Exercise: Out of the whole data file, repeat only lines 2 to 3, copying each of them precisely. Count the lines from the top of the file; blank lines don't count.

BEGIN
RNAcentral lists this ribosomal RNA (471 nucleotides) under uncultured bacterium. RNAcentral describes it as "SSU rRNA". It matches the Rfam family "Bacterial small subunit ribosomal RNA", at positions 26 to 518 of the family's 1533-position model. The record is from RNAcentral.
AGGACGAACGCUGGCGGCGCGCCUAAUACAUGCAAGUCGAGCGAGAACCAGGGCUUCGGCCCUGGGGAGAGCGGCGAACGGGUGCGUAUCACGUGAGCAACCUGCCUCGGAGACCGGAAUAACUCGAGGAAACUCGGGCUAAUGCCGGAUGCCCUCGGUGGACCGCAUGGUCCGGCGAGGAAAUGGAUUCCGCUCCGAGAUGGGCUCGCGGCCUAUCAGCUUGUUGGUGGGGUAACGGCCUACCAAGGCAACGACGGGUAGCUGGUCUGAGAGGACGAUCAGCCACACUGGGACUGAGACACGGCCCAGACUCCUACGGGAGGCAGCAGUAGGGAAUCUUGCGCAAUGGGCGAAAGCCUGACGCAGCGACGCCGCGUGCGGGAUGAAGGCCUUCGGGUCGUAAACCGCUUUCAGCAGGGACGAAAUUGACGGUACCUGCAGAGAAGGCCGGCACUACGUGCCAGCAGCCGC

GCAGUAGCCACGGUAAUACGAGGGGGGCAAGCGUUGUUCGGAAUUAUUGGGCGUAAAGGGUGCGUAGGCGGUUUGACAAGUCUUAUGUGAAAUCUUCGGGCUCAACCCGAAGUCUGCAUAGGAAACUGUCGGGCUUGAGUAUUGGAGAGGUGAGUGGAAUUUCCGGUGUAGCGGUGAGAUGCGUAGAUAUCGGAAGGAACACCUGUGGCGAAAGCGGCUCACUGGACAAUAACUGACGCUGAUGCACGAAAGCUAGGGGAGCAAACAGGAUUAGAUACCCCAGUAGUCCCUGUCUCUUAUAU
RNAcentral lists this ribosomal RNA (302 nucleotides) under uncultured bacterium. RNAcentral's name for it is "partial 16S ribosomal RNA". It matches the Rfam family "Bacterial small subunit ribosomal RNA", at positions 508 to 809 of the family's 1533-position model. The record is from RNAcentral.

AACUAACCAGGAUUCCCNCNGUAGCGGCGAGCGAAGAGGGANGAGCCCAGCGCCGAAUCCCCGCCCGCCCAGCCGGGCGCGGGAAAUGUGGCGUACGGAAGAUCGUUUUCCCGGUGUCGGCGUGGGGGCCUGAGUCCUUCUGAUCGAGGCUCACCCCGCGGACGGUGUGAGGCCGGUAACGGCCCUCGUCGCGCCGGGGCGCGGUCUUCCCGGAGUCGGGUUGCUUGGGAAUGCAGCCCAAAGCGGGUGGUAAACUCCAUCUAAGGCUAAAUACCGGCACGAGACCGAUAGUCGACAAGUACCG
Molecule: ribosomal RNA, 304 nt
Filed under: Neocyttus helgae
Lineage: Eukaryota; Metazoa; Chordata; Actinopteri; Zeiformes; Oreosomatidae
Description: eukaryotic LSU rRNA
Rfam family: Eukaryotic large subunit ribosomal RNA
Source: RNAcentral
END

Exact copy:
AGGACGAACGCUGGCGGCGCGCCUAAUACAUGCAAGUCGAGCGAGAACCAGGGCUUCGGCCCUGGGGAGAGCGGCGAACGGGUGCGUAUCACGUGAGCAACCUGCCUCGGAGACCGGAAUAACUCGAGGAAACUCGGGCUAAUGCCGGAUGCCCUCGGUGGACCGCAUGGUCCGGCGAGGAAAUGGAUUCCGCUCCGAGAUGGGCUCGCGGCCUAUCAGCUUGUUGGUGGGGUAACGGCCUACCAAGGCAACGACGGGUAGCUGGUCUGAGAGGACGAUCAGCCACACUGGGACUGAGACACGGCCCAGACUCCUACGGGAGGCAGCAGUAGGGAAUCUUGCGCAAUGGGCGAAAGCCUGACGCAGCGACGCCGCGUGCGGGAUGAAGGCCUUCGGGUCGUAAACCGCUUUCAGCAGGGACGAAAUUGACGGUACCUGCAGAGAAGGCCGGCACUACGUGCCAGCAGCCGC

GCAGUAGCCACGGUAAUACGAGGGGGGCAAGCGUUGUUCGGAAUUAUUGGGCGUAAAGGGUGCGUAGGCGGUUUGACAAGUCUUAUGUGAAAUCUUCGGGCUCAACCCGAAGUCUGCAUAGGAAACUGUCGGGCUUGAGUAUUGGAGAGGUGAGUGGAAUUUCCGGUGUAGCGGUGAGAUGCGUAGAUAUCGGAAGGAACACCUGUGGCGAAAGCGGCUCACUGGACAAUAACUGACGCUGAUGCACGAAAGCUAGGGGAGCAAACAGGAUUAGAUACCCCAGUAGUCCCUGUCUCUUAUAU